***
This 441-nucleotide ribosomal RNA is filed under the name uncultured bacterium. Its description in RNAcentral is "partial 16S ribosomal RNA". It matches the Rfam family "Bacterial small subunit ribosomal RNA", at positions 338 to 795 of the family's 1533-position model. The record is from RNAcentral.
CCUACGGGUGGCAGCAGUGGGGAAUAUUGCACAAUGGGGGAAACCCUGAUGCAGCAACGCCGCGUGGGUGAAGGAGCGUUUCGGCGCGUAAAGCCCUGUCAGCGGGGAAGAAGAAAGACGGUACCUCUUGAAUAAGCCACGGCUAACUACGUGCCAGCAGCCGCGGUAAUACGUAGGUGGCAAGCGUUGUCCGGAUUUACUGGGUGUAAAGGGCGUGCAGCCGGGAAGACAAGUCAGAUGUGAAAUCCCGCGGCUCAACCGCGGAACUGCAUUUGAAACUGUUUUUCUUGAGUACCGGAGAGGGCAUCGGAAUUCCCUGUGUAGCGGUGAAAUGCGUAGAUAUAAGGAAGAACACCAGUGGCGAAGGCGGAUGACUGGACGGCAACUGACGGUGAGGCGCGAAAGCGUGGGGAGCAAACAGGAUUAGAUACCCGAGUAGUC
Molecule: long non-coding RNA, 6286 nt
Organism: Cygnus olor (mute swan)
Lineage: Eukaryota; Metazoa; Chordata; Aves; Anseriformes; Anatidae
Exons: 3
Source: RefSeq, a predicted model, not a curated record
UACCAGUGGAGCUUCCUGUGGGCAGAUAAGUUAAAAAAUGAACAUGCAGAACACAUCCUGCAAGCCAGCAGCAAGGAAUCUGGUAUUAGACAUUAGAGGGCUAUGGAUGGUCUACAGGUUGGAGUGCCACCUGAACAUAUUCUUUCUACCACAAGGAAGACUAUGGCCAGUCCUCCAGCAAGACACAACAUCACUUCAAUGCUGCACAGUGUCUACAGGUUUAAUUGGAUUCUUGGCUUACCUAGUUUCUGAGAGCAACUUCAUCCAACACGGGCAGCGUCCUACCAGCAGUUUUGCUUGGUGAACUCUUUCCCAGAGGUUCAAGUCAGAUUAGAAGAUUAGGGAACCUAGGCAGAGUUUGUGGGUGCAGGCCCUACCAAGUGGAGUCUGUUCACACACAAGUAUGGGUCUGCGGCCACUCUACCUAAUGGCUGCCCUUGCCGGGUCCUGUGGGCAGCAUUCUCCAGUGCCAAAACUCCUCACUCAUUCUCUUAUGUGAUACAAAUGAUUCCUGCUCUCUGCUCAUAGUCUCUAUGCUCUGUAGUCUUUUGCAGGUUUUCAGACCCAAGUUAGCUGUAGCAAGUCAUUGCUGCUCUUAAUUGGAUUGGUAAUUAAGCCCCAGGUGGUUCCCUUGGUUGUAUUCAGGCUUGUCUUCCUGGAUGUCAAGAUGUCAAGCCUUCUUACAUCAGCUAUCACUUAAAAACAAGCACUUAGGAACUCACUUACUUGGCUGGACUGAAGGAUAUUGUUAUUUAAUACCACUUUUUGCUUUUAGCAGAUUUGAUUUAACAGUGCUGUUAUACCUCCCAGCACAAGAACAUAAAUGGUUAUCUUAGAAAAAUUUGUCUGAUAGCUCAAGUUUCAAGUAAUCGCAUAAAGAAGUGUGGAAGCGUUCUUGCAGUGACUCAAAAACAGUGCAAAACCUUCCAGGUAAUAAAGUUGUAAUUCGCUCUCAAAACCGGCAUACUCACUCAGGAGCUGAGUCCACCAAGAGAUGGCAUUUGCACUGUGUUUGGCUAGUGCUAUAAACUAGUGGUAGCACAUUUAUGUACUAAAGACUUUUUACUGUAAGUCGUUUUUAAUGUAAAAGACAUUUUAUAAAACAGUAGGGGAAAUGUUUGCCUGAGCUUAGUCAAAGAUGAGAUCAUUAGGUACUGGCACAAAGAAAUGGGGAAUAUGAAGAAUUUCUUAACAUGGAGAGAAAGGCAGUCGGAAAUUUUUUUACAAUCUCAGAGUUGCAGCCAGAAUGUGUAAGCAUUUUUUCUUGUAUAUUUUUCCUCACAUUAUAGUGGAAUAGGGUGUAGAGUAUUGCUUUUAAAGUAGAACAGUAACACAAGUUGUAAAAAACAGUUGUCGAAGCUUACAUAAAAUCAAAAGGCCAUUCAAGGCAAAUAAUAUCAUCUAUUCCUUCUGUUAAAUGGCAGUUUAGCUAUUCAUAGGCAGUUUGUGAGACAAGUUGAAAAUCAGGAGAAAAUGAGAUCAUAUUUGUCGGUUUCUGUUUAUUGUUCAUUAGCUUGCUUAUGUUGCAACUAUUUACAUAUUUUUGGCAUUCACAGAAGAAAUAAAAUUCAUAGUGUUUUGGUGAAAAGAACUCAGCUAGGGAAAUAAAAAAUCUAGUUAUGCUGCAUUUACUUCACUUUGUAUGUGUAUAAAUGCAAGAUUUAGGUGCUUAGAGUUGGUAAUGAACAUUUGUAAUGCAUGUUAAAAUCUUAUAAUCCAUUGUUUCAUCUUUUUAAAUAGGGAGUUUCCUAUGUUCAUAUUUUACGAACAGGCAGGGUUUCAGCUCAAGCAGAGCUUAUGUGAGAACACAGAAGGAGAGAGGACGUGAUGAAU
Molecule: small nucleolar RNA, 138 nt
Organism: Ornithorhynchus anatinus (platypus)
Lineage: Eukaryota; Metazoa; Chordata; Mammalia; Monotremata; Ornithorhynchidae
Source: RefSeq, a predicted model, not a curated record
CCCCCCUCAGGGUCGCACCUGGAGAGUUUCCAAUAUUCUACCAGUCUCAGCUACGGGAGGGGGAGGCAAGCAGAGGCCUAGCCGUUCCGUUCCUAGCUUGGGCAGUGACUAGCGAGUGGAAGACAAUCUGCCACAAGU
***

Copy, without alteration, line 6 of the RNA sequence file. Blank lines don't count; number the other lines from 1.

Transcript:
Exons: 3